By Michael E. Miller
By Ryan Yousefi
By Kyle Munzenrieder
By Sabrina Rodriguez
By Michael E. Miller
By Carlos Suarez De Jesus
By Luther Campbell
By Kyle Munzenrieder
Evelyn and the Magic Bus
I would like to thank Kirk Semple for clarifying the public transit situation for us, the users ("Token Ridership," June 20). I ride the bus on a daily basis -- to and from work, to doctors' appointments, on shopping trips. I also take the bus on Alton Road and am utterly frustrated and disappointed by the service in Miami Beach. Some buses do not meet their scheduled time requirements for specific bus stops. Riders cannot follow the timetables printed on the bus stops. The best bet is to be at the stop at least 20 to 30 minutes before the time the bus is scheduled to arrive.
The concept of Metrobus/Metro-Dade Transit system is a wonderful idea, but it is a vicious circle. Riders do not use it enough because the service is not dependable, some drivers are rude, et cetera. On the other hand, the service is not improved because the money is not coming in owing to a lack of riders.
The drivers of the buses are truly exceptional characters. The ones who are good are great, but the ones who are rude and impatient are really, really bad. Some of them need training on how to treat senior citizens, tourists, and users who don't speak English.
More people use public transit, thus fewer cars on the highways, therefore fewer accidents and less stress. Does this equal improved service and dependability? What a beautiful dream.
Evelyn R. Nieves
Bardach Goes Ballistic
Elise Ackerman's story on The New Republic/Jorge Mas Canosa lawsuit ("The Mobster Mash," June 20) violates the most fundamental canons of journalistic ethics, and is riddled with errors, misstatements, and misconceptions. It reflects an egregious bias.
About four months ago, Ackerman phoned me at my home in California regarding a story she said she was writing about Jorge Mas Canosa's paternity suit. She eagerly solicited my advice, opinions, and help in obtaining depositions and research material relevant to the paternity suit. She also asked if we could have dinner when I visited Miami. With Ackerman's assurance that she was writing about the paternity suit and not The New Republic lawsuit, I agreed to meet with her.
Since the first meeting, Ackerman avidly sought my friendship A inviting me to dinner, drinks, nightclubs, not to mention soliciting my advice in her quest to secure work at another newspaper. She also confided her romantic troubles and even urged me to rent an apartment in her building. On several occasions, I specifically asked her whether she or New Times would be writing about The New Republic's lawsuit. She said no, but should she change her mind, she would tell me beforehand to ensure there would be no conflict of interest.
With craven cowardice and stunning bravado (truly worthy of Eve Harrington), Ackerman pursued her story and relationship with me under false pretenses, duplicitously garnering material for a story she claimed she wasn't writing. Less than two weeks before the June 20 story was published, Ackerman visited me at my hotel in Miami. At that time she asked for some phone numbers that she said she wanted for "another story." Later I saw her perusing papers in my room and jotting down notes. I told her that I would prefer that she ask me for what she wanted and moved my papers away. I last saw her with her friends on the evening of June 7, during which time she continued her charade that she was not writing about my case.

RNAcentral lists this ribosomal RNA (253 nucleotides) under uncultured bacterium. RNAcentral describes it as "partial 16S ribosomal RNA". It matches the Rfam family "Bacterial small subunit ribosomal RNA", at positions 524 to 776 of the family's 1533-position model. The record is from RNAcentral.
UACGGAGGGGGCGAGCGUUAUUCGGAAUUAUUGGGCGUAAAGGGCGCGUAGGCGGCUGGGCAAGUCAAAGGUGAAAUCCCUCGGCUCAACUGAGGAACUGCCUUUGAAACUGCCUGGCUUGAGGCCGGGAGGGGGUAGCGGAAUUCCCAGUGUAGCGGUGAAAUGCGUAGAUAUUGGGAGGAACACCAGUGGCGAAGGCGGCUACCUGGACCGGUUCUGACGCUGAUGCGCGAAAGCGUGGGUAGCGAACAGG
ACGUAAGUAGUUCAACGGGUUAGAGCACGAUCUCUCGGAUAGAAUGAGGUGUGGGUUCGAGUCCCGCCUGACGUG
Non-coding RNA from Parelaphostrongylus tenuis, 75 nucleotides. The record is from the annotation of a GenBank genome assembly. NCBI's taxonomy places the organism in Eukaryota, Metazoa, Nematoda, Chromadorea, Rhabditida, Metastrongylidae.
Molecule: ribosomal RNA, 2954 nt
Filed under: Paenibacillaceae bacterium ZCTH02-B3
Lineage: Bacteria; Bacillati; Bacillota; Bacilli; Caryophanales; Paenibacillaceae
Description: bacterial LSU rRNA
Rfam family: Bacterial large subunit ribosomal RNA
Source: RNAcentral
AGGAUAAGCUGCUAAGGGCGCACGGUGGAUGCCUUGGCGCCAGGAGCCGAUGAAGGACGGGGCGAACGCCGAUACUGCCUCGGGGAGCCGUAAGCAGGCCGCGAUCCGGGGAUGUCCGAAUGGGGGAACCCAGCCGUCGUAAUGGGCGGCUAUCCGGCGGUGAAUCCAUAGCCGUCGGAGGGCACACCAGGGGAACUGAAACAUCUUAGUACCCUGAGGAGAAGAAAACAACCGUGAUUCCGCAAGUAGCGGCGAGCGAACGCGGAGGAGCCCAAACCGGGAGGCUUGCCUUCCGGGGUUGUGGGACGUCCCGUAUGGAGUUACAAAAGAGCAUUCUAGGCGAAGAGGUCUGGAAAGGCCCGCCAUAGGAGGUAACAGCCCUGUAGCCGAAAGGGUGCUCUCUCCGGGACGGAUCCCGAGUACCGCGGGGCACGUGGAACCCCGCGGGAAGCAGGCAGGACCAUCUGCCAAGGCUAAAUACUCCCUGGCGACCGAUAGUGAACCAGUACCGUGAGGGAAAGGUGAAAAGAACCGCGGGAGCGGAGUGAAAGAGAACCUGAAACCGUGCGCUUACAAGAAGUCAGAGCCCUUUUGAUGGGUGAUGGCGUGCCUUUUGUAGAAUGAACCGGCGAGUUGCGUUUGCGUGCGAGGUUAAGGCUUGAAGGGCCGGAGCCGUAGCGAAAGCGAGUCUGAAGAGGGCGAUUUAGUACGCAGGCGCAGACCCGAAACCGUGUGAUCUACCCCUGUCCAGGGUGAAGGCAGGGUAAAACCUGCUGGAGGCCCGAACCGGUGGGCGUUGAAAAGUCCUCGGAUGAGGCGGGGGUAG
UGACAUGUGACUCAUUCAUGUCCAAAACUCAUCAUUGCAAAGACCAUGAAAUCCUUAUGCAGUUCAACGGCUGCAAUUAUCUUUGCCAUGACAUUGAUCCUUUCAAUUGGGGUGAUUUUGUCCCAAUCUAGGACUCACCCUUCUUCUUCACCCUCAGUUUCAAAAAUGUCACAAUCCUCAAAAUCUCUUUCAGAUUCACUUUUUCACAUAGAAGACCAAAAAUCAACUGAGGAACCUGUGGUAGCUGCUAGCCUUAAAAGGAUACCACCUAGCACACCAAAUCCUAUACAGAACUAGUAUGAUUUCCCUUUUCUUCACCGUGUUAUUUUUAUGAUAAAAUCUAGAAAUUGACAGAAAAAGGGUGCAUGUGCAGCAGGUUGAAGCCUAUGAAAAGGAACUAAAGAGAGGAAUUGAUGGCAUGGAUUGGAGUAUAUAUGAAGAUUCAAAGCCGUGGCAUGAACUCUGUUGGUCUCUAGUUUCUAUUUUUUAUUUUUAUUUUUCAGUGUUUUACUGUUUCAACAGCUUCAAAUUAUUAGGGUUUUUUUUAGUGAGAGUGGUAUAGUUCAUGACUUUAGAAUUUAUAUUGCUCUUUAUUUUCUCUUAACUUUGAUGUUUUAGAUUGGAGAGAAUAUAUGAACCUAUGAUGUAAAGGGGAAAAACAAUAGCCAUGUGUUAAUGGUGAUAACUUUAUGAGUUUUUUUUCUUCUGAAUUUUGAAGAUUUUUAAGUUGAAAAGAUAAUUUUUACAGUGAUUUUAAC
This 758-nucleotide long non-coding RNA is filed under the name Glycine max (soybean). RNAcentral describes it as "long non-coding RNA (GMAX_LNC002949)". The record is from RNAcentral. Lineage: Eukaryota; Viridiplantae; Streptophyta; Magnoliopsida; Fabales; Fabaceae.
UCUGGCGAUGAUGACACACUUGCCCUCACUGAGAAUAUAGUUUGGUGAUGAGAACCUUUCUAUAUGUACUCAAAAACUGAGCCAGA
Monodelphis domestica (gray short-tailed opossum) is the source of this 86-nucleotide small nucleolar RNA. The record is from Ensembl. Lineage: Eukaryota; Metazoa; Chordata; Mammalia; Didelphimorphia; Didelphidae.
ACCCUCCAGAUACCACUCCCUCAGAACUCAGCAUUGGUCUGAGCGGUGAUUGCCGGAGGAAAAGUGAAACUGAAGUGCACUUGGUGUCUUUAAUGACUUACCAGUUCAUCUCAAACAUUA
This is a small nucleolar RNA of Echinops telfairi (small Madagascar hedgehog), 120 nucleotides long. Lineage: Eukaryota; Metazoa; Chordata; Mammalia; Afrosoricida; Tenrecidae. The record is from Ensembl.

After sending her story to print on the evening of June 18, Ackerman called me and said, "I hope you won't feel betrayed and I hope you won't feel bad, but I just wrote a story about you that I don't think you will like. My editor told me not to tell you. I've read your stories and I think you're a great reporter and I hope you'll still be my friend."
Responding to my query as to what she thought I wouldn't like, she cited a part of my deposition which I immediately recognized as a transcription error. When I asked whether she had reviewed the "deposition errata," she said she had not and did not know it existed. "My editor told me not to call your lawyers," she explained. "We were worried that the Miami Herald would find out we were writing a story." Although Ackerman had more than a dozen conversations with me during her surreptitious preparation for this story, she repeatedly denied writing a story, chose neither to check her facts with me nor my lawyers, and never once requested a complete file record of the case. Had she complied with this elementary procedure, she would have had all the facts of the case available to her. Moreover, she informed me (incredibly) that no one at New Times checked the facts or circumstances of her reporting. Consequently New Times rushed into print a misleading, thoroughly biased, and downright inaccurate story -- all for the sake of beating out a phantom story from a competitor.
Ackerman also conceded to me that she had not read any exhibits nor any of the depositions taken in early June, without doubt the most critical ones in the case. Her only materials were incomplete and selected (by whom, one might ask) depositions without any of the accompanying amendments, errata statements, or documents. Ackerman need only to have waited till next month for a complete and accurate record of the case when the summary judgment filings will be made. Any of the lawyers involved in the case could and would have told her this. In fact, I did tell her.